(5.) Cf. O’Hara, Inconsistency in Roman Epic, 8–10.
(6.) For inconsistencies in the staging of Plautus, see Christopher Lowe, “Some Problems of Dramatic Space in Plautus,” Classical Quarterly 57 (2007): 109–116. On inconsistency in Roman comedy more generally, see George E. Duckworth, The Nature of Roman Comedy (Princeton, NJ: Princeton University Press, 1952), esp. 197–202. For Lucretius, see O’Hara, Inconsistency in Roman Epic, 55–69; among earlier literature, see esp. Monica Gale, Myth and Poetry in Lucretius (Cambridge, UK: Cambridge University Press, 1994). Manilius produces similar inconsistencies when he adopts familiar modes of speech that conflict with his overarching astrological worldview; see Katharina Volk, “Manilian Self-Contradiction,” in Forgotten Stars: Rediscovering Manilius’ Astronomica, ed. Steven J. Green and Katharina Volk (Oxford: Oxford University Press, 2011), 104–119. For a different approach to Manilius, see Steven J. Green, Disclosure and Discretion in Roman Astrology: Manilius and his Augustan Contemporaries (Oxford: Oxford University Press, 2014), 11–61; and Green, “Arduum ad astra: The Poetics and Politics of Horoscopic Failure in Manilius’ Astronomica,” in Forgotten Stars, 120–138.
(7.) This is the basic approach of O’Hara, Inconsistency in Roman Epic.
(8.) See esp. Clifford Weber, “Two Chronological Contradictions in Catullus 64,” Transactions of the American Philological Association 113 (1983): 263–271; cf. O’Hara, Inconsistency in Roman Epic, 34–41.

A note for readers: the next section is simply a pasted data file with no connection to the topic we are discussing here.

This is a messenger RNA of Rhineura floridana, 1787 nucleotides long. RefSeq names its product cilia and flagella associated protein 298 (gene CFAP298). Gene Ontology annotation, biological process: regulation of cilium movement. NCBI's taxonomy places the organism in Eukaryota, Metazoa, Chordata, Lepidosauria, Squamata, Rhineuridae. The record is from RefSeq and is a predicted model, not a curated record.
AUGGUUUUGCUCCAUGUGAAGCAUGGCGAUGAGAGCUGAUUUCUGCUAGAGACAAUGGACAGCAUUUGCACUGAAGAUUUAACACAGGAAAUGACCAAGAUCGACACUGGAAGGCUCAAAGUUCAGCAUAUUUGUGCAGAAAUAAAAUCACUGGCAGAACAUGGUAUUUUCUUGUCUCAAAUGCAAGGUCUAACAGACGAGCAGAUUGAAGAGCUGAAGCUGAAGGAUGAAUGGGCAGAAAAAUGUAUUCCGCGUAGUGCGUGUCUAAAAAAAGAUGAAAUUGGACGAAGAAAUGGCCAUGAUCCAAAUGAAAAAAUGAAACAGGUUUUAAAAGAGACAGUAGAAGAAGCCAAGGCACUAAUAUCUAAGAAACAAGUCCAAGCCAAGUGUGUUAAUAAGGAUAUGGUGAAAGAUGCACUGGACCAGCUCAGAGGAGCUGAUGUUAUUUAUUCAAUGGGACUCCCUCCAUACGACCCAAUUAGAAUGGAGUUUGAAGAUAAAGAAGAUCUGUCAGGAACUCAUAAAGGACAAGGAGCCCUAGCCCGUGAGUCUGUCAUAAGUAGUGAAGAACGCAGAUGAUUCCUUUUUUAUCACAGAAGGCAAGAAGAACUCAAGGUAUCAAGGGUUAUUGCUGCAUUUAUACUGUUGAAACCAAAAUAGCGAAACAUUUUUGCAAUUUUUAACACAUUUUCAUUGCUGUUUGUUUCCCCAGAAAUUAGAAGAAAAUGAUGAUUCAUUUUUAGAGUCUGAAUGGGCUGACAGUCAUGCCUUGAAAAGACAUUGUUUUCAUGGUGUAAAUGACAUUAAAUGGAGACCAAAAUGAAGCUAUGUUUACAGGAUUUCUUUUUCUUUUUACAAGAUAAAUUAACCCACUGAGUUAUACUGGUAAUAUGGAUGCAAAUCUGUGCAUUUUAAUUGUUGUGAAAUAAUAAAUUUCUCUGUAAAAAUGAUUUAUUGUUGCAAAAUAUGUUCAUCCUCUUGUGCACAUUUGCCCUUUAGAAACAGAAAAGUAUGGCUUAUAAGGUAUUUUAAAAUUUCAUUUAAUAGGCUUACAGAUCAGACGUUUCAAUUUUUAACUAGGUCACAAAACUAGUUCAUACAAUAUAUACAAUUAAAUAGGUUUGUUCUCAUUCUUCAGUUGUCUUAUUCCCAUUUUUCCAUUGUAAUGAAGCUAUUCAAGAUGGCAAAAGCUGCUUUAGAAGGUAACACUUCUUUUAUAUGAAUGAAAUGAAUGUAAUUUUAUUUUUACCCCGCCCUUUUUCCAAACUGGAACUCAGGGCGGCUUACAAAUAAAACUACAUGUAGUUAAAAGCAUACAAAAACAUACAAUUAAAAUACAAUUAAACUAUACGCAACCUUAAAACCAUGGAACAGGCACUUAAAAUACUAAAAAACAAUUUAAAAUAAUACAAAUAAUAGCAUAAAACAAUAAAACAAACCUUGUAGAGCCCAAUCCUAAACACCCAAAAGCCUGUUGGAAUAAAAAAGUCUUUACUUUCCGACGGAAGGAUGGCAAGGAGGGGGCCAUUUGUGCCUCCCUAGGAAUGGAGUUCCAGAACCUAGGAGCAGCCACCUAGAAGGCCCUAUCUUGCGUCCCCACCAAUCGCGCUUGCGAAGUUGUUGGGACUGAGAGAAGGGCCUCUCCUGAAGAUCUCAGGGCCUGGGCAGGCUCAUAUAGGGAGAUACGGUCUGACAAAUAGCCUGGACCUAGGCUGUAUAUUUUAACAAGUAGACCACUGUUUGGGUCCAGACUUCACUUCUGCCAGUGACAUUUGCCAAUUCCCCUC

(9.) For the technique and its use by Roman poets, see O’Hara, Inconsistency in Roman Epic, esp. 24–32, 47–49, 85–86, 114–118. Not infrequently, it makes sense to read an allusion to a mythological variant simply as a display of erudition or an acknowledgement of the existence of conflicting traditions and/or sources without further thematic significance; see e.g., Nicholas Horsfall, The Epic Distilled: Studies in the Composition of the Aeneid (Oxford: Oxford University Press, 2016), 79–94.
(10.) For attempts to make sense of the inconsistency along these lines, see e.g., Clifford Weber, “Two Chronological Contradictions,” 263–271, at 270; Julia Haig Gaisser, “Threads in the Labyrinth: Competing Views and Voices in Catullus 64,” American Journal of Philology 116 (1995): 579–616; and O’Hara, Inconsistency in Roman Epic, 33–54.
(11.) See Charles Martindale, “Descent into Hell: Reading Ambiguity, or Virgil and the Critics,” Proceedings of the Virgil Society 21 (1993): 111–150; cf. Volk, “Manilian Self-Contradiction,” 106–107. For voices in the Aeneid, see the seminal paper of Adam Parry, “The Two Voices of Virgil’s Aeneid,” Arion 2 (1963): 66–80; and e.g., R.O.A.M. Lyne, Further Voices in Vergil’s Aeneid (Oxford: Clarendon Press, 1987).
(12.) For deconstructionist approaches to Lucan, see John Henderson, “Lucan/The Word at War,” in The Imperial Muse: Ramus Essays on Roman Literature of the Empire: To Juvenal through Ovid, ed. A.J. Boyle (Berwick, Victoria: Aureal, 1988), 122–164; and Jamie Masters, Poetry and Civil War in Lucan’s Bellum Civile (Cambridge, UK: Cambridge University Press, 1992). For reception studies, see esp. Martindale, “Descent into Hell”; and more broadly Martindale, Redeeming the Text: Latin Poetry and the Hermeneutics of Reception (Cambridge, UK: Cambridge University Press, 1993). For the relevance of deconstruction and reception studies to the analysis of inconsistency, see Volk, “Manilian Self-Contradiction,” 107.